Unfolding Folds

I’ve been reflecting a lot under quarantine — what else is there to do? — particularly about writing. I reflect on writing often, and often on this blog.

At the moment, I’m thinking a lot about how the writing I like to read is not the same as the writing I like to write, and figuring out the balance between the two is often a very conscious process for me. Following a recent review of Egress, I’ve been thinking about this even more.

I keep thinking about Deleuze too. I need to dig it out again but I remember reading something once — I think it was in that Intersecting Lives joint-biography of D+G — where the author comments on the shift that occurs between Deleuze’s writings on other writers and then the sheer torrent of energy that erupts once he shelves that habit and starts to write for himself. I’m feeling that at the moment. I’ve plotted out the entirely of my next book and, to be honest, it’s probably far too ambitious a project right now, but I feel like the sky is the limit. It is going to be my book proper. Not a comment on someone else but an expansion of my own ideas. That’s liberating right now.

I’m also excited about it because I think it will allow my own writing to be considered on its own terms. I have lived very consciously under the shadow of Mark Fisher for a few years now but I have long been looking for an exit. That’s not to dismiss the achievement that is Egress. The book means a great deal to me, but that’s almost four years of my life, and the book is finished and out in the world, and now I’m eager to take what I’ve learned and start the next chapter.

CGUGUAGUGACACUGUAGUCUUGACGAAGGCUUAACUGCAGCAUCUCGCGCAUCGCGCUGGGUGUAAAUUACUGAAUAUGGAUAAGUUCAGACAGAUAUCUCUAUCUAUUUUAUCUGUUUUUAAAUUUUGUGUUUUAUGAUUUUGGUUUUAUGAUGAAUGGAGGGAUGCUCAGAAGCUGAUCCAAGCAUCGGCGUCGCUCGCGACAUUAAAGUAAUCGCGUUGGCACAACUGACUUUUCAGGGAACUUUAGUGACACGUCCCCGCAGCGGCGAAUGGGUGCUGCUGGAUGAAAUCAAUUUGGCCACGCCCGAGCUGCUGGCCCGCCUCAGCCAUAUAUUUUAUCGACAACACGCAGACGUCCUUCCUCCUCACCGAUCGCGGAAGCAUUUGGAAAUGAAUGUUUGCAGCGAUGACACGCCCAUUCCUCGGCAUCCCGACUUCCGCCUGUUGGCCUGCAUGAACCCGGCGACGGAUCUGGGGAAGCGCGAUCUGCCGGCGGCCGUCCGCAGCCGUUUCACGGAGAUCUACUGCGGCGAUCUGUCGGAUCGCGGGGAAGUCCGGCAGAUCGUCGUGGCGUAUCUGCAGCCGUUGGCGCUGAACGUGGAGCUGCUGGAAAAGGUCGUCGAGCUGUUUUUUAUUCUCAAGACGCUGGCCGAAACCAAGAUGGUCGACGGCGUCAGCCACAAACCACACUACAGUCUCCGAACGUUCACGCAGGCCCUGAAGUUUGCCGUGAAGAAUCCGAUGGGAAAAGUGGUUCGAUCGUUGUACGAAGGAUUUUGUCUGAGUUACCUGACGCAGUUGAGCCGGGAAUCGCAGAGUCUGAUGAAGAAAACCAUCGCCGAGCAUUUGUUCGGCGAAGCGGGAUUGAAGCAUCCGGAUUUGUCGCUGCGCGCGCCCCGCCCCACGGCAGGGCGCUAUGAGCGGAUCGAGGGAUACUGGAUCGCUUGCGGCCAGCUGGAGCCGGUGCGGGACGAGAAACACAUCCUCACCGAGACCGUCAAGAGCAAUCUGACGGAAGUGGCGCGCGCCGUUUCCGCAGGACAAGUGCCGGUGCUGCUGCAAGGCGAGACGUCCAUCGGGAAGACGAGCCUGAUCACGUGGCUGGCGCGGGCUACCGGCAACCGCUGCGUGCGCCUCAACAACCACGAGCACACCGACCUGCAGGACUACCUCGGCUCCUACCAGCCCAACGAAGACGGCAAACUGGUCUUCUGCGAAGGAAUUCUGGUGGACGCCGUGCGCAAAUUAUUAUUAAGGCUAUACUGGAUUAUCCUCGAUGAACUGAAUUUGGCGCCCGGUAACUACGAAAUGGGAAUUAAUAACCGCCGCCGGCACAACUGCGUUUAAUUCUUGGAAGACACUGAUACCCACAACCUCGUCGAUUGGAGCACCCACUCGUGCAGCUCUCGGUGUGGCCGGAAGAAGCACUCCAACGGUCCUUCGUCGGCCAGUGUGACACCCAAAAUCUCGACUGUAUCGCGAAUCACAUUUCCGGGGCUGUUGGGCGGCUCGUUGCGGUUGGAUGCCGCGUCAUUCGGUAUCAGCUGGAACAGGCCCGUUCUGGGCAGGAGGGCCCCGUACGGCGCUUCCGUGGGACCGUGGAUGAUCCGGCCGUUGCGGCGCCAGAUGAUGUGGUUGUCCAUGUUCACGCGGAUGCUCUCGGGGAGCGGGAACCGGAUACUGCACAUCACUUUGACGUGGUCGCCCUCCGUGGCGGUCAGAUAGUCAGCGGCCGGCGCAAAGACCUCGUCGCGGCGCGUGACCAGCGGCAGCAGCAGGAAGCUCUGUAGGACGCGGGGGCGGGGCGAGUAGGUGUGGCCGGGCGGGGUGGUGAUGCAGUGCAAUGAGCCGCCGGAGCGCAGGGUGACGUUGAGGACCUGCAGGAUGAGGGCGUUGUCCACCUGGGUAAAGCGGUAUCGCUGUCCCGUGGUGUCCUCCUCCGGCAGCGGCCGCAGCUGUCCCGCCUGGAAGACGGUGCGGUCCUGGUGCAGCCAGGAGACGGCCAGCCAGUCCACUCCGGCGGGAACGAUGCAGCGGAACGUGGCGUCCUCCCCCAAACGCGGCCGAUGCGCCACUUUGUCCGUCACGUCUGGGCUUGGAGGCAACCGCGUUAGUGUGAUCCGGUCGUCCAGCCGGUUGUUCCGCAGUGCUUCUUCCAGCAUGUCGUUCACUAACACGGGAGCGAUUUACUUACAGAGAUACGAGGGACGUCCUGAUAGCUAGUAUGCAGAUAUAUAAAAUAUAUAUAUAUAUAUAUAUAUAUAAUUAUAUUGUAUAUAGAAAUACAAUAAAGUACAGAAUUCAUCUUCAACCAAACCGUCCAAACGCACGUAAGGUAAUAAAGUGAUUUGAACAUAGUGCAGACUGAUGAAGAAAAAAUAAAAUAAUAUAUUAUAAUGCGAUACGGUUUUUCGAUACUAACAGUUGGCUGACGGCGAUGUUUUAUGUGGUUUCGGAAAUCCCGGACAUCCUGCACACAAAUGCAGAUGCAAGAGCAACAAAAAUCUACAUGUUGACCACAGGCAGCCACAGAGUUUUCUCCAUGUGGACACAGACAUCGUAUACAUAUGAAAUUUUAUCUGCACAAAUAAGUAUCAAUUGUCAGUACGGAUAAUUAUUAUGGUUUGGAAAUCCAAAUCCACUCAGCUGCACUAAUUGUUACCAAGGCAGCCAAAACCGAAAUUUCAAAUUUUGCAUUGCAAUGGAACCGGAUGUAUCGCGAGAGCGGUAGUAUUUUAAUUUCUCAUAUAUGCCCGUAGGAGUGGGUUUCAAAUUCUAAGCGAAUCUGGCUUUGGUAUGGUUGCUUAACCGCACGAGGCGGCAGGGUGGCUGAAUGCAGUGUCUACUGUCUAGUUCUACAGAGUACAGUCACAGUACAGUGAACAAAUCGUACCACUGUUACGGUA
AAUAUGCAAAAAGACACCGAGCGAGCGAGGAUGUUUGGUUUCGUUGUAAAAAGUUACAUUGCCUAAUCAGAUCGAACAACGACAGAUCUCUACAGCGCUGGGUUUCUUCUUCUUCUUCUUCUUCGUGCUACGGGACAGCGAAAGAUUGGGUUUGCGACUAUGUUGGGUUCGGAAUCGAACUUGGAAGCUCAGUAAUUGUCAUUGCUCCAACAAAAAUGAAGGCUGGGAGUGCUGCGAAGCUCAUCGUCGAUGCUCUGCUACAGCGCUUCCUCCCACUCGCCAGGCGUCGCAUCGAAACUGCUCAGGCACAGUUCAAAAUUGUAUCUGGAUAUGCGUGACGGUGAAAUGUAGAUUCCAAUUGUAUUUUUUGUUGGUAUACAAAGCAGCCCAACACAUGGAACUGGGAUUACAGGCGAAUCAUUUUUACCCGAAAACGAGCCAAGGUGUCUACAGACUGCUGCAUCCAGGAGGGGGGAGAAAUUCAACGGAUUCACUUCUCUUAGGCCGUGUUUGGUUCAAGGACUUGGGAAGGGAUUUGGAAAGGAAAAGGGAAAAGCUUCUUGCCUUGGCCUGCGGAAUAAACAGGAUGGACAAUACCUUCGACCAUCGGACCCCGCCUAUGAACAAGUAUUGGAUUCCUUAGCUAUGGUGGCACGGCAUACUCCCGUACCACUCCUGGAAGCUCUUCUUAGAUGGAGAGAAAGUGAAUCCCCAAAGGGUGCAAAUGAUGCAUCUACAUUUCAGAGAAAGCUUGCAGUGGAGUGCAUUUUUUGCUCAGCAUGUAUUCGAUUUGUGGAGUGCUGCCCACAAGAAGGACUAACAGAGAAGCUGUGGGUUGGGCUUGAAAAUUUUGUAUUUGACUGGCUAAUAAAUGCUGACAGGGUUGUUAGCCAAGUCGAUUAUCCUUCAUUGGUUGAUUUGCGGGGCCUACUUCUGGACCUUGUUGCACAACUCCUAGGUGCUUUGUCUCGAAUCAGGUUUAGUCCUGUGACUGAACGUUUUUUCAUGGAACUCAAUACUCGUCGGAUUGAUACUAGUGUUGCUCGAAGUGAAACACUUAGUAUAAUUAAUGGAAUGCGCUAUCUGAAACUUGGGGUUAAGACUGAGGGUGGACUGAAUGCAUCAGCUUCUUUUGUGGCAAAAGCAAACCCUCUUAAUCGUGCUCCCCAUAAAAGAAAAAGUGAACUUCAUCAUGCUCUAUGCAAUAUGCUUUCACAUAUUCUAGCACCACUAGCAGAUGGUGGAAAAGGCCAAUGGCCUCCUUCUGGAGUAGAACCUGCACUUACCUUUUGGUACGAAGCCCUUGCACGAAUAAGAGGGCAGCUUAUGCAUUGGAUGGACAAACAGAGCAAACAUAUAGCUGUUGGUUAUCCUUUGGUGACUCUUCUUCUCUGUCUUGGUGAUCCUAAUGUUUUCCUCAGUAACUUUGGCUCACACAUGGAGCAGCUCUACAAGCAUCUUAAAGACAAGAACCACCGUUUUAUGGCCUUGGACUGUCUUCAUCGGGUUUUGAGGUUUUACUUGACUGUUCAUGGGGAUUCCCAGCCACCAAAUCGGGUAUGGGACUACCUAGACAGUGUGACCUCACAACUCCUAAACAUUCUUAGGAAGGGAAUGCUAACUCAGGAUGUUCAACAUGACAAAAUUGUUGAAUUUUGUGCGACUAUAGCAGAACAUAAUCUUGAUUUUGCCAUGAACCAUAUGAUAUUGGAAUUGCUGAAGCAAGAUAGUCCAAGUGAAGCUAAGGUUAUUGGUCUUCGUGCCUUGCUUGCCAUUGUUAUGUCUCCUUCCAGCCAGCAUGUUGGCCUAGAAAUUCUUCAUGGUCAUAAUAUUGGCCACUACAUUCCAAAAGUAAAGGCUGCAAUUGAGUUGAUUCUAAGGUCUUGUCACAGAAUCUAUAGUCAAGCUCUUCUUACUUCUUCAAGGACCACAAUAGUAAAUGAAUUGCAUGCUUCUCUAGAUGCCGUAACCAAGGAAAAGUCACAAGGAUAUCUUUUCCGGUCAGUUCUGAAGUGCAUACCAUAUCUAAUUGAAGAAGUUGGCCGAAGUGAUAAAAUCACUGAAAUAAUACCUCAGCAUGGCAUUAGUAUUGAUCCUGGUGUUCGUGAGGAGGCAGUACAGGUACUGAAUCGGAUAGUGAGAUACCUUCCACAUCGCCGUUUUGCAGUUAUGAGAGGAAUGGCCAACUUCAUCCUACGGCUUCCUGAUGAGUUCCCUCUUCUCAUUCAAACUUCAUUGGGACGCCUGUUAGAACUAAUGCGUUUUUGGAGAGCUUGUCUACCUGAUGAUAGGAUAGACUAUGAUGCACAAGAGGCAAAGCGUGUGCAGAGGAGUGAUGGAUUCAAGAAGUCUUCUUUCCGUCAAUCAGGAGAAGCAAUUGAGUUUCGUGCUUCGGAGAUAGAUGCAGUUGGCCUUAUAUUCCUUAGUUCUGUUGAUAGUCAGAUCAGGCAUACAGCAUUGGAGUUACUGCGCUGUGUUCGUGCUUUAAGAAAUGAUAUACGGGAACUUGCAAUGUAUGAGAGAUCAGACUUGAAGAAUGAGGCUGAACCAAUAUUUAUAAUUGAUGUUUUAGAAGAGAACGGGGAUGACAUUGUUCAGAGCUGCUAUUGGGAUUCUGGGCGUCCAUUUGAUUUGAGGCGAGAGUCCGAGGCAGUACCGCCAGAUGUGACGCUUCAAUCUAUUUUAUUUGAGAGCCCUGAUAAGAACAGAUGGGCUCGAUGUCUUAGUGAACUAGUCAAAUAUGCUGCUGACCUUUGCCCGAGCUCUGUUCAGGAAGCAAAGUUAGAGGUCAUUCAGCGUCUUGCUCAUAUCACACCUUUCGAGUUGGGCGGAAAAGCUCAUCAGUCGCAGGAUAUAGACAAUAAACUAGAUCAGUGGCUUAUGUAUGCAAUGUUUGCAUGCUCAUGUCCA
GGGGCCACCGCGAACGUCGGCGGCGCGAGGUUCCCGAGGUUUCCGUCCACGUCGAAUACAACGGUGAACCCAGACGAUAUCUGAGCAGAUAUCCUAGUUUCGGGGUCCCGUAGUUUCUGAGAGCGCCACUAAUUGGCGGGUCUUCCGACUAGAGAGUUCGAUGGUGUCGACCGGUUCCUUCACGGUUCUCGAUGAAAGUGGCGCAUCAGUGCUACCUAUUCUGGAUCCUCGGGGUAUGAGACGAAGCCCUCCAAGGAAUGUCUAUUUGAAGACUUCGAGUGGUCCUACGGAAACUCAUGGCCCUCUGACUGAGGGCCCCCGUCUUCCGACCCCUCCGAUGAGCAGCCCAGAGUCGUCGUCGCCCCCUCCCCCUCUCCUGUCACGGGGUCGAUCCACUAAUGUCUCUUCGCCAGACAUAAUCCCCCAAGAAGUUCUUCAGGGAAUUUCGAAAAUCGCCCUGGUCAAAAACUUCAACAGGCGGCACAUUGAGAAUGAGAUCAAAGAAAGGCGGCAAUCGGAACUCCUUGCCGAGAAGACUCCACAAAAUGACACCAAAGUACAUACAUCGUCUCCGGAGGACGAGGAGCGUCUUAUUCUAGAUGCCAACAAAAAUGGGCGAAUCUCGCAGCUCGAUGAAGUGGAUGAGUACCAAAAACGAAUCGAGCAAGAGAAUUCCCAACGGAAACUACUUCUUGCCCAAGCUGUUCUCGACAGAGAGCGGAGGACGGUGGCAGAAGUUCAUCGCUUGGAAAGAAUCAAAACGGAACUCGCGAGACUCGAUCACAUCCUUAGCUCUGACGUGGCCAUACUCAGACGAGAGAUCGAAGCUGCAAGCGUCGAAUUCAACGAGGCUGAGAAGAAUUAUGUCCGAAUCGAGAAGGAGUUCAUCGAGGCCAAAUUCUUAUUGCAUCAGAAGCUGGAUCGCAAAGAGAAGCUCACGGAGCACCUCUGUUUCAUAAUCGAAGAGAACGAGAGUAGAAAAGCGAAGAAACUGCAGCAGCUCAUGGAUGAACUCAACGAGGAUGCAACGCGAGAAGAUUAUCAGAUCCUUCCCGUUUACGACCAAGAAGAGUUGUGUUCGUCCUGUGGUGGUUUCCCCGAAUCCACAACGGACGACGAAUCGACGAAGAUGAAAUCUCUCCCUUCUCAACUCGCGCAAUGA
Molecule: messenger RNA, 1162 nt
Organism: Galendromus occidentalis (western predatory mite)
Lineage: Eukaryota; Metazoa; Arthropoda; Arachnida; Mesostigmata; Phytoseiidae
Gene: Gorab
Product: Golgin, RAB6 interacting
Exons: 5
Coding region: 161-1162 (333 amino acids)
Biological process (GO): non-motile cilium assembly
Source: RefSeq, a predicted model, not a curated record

More books about Mark will no doubt come out in the mean time, however. As said on Twitter the other day, that one review of my book seemed to want the sort of book about Mark that I dread to see — a book about Mark that tries to imitate him — but also a book that reduces him to his three slim volumes.

This is the main problem for me, going forwards, and it was even one predicted during the Egress‘s gestation. I have many problems with the space into which this book has entered: the one-dimensional landscape on which Mark’s works are generally discussed.

This landscape colours everything. It is at once superficial but also heavily weighted. In the midst of our current apocalypse I’ve been reading D.H. Lawrence’s book Apocalypse and it is interesting to read him talking about the Bible in its early pages:

The Bible is a book that has been temporarily killed for us, or for some of us, by having its meaning arbitrarily fixed. We know it so thoroughly, in its superficial or popular meaning, that it is dead, it gives us nothing any more.